Psychology Dictionary of Arguments

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Governance: Governance is the process of making and enforcing decisions within an organization or society. It is the system by which power is exercised and controlled. Governance includes the rules, processes, and institutions that guide decision-making. See also Government, Community, Society, Politics, Institutions.
Annotation: The above characterizations of concepts are neither definitions nor exhausting presentations of problems related to them. Instead, they are intended to give a short introduction to the contributions below. – Lexicon of Arguments.

Author Concept Summary/Quotes Sources

Thomas Aquinas on Governance - Dictionary of Arguments

Höffe I 148
Governance/Community/Thomas Aquinas/Höffe: The authorities must (...) not act arbitrarily. To enact any laws and not being authorized, it has to concretize the highly general law of nature in relation to the historical situation, and where necessary to develop it further.
Law: It should serve the welfare of the community and prevent harm to the people by prohibiting murder and theft.
Exceptions: Because of the situation the detailed regulations can vary, and can also be changed again.
Höffe I 151
About the reign of Princes/Thomas: (De regno): Despite its fragmentary character Thomas Aquinas' intention becomes clear (...): Aristotle's political philosophy should (...) come alive as an independent thought, additionally concretized under the conditions of the time. The preface points to God as the "King of all kings and Lord of all rulers". It determines as object "the origin of royal rule (regni origo) and everything that is connected with the profession of a king".
Realistic view: Thomas remains (...) true to his basic intellectual attitude that the human is able to recognize the things essential to him or her by means of his or her autonomous and experience-enriched reason, even without revelation.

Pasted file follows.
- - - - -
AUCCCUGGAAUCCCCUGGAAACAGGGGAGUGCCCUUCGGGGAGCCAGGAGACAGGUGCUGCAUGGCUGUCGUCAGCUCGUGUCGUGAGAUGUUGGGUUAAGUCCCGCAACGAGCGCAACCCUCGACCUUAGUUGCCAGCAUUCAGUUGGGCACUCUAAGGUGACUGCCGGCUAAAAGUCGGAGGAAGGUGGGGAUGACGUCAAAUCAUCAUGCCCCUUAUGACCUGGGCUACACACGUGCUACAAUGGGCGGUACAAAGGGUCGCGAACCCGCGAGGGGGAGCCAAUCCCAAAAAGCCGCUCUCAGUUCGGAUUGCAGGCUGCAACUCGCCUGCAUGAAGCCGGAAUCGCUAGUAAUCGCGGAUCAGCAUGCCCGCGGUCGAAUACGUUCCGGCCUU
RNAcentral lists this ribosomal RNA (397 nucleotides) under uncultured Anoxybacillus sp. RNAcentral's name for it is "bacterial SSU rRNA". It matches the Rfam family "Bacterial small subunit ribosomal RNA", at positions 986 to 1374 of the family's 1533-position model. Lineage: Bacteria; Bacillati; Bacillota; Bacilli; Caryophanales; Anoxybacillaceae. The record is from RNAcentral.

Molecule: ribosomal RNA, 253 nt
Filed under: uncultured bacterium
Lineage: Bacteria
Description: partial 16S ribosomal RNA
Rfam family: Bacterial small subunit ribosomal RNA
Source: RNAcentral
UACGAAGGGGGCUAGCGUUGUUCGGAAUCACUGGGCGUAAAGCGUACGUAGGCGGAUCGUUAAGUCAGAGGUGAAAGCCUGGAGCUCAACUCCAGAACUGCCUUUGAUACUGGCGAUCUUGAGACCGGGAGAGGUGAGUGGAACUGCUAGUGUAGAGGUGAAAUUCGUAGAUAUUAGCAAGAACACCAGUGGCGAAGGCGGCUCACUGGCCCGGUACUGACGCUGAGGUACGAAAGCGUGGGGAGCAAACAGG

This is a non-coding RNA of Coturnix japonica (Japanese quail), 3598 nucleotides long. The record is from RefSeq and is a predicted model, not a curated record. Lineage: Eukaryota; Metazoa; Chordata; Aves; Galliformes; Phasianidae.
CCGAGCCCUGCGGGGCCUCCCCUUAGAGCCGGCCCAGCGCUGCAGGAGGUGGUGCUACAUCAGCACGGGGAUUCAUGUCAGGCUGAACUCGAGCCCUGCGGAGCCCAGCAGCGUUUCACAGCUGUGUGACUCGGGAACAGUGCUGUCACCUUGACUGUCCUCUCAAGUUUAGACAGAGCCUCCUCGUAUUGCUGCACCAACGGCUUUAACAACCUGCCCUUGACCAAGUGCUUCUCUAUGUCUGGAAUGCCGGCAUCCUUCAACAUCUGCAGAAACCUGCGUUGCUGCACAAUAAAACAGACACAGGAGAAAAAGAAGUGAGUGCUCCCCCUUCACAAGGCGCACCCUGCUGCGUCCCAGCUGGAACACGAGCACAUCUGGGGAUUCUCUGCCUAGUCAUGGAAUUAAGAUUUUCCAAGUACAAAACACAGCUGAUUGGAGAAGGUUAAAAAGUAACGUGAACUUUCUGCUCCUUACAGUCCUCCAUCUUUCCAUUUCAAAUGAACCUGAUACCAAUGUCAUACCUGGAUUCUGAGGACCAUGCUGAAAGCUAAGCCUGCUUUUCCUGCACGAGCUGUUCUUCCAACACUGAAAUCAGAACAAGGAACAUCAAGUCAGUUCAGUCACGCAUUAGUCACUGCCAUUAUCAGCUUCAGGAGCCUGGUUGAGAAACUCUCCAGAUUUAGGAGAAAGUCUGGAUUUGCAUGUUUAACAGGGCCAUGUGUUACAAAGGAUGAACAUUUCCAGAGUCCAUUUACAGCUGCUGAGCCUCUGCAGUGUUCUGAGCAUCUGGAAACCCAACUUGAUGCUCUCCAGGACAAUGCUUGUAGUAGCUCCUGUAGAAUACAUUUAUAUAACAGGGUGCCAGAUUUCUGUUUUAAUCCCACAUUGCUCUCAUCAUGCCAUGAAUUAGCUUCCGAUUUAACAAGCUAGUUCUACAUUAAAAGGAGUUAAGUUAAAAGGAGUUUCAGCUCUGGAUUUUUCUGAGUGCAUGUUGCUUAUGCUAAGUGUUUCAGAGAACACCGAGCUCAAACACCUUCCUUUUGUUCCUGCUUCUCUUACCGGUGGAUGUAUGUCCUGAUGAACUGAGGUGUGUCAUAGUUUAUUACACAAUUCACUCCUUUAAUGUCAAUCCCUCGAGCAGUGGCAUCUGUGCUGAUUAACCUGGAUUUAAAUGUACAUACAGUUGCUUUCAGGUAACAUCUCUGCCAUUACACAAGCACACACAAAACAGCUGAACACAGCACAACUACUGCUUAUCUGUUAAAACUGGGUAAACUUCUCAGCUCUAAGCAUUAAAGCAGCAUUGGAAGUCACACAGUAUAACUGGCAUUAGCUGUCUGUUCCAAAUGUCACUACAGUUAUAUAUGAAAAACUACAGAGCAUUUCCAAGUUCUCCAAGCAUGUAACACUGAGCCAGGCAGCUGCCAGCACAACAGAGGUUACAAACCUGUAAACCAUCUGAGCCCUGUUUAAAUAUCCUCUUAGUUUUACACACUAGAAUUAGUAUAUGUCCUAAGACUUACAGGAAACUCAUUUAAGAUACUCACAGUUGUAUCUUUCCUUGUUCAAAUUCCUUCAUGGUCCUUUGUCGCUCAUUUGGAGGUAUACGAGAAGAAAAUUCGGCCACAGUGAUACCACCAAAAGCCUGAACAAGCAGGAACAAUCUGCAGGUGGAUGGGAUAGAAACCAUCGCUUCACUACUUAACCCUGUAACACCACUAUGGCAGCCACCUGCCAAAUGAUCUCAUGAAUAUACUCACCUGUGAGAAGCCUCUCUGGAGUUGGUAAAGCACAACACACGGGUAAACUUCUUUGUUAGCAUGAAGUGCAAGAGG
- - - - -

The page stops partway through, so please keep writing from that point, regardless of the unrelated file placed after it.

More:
Höffe I 152
De regno: The text can be simplified into four parts:
(1) the justification of rule, which includes a plea for the monarchy and against tyranny (Book I, chap. 1-6: ratio regiminis), (...)
(2) an indirect mirror of princes, namely a reflection on the motives of a just ruler (1 7-11: ratio regentis) (...)
(3) which correspond to the tasks of government (1 12-15: ratio gubernationis),(...)
(4) the unfinished Book II [discusses] the most important task of government, the foundation of a a community, a city or an empire (...) (II 1-4).
Monarchy: is not considered by Thomas Aquinas to be naturally legitimate.
Human/Citizen/Anthropology: Aristotle's definition of the human being as a political being by nature is further developed into the concept of the animal sociale et politicum, the social and political being. (...) [Thomas Aquinas'] view is that the human, both a deficient and a rational being, must take care of his or her own life with his or her own hands and work.
Höffe I 155
Common good: In the ruler's commitment to the common good [Thomas Aquinas] again proves to be a realist open to experience. For he does not bind this obligation to an altruistic sense of responsibility.
ThomasVsCicero: Against Cicero, the appropriate reward does not consist in honor or fame, which are held in low esteem by the good,
Höffe I 156
and, moreover, result in such dangerous evils as pernicious warfare and hypocrisy.
Corruption: It should come down to money even less what is reminiscent of Plato(2). Rather, what counts is the reward to be expected from God, the highest degree of heavenly bliss(3).
Moreover, even in this world the righteous king receives a fair reward. This assumption is not reminiscent of Aristotle's politics, but rather of Plato's claim in the Politeia that a just ruler, far more than a tyrant, receives the goods of the earth such as wealth, power, honour and a good reputation.
Expectation of salvation: Both the expectation of this worldly good and the other worldly good motivate the king to rule well, rather than to become a tyrant(4).

1. Thomas De regno ad regem Cypri
2. Ibid. I, 7
3. Ibid. I, 9
4. Ibid. I, 10f

Explanation of symbols: Roman numerals indicate the source, arabic numerals indicate the page number. The corresponding books are indicated on the right hand side. ((s)…): Comment by the sender of the contribution. Translations: Dictionary of Arguments
The note [Concept/Author], [Author1]Vs[Author2] or [Author]Vs[term] resp. "problem:"/"solution:", "old:"/"new:" and "thesis:" is an addition from the Dictionary of Arguments. If a German edition is specified, the page numbers refer to this edition.

Höffe I
Otfried Höffe
Geschichte des politischen Denkens München 2016

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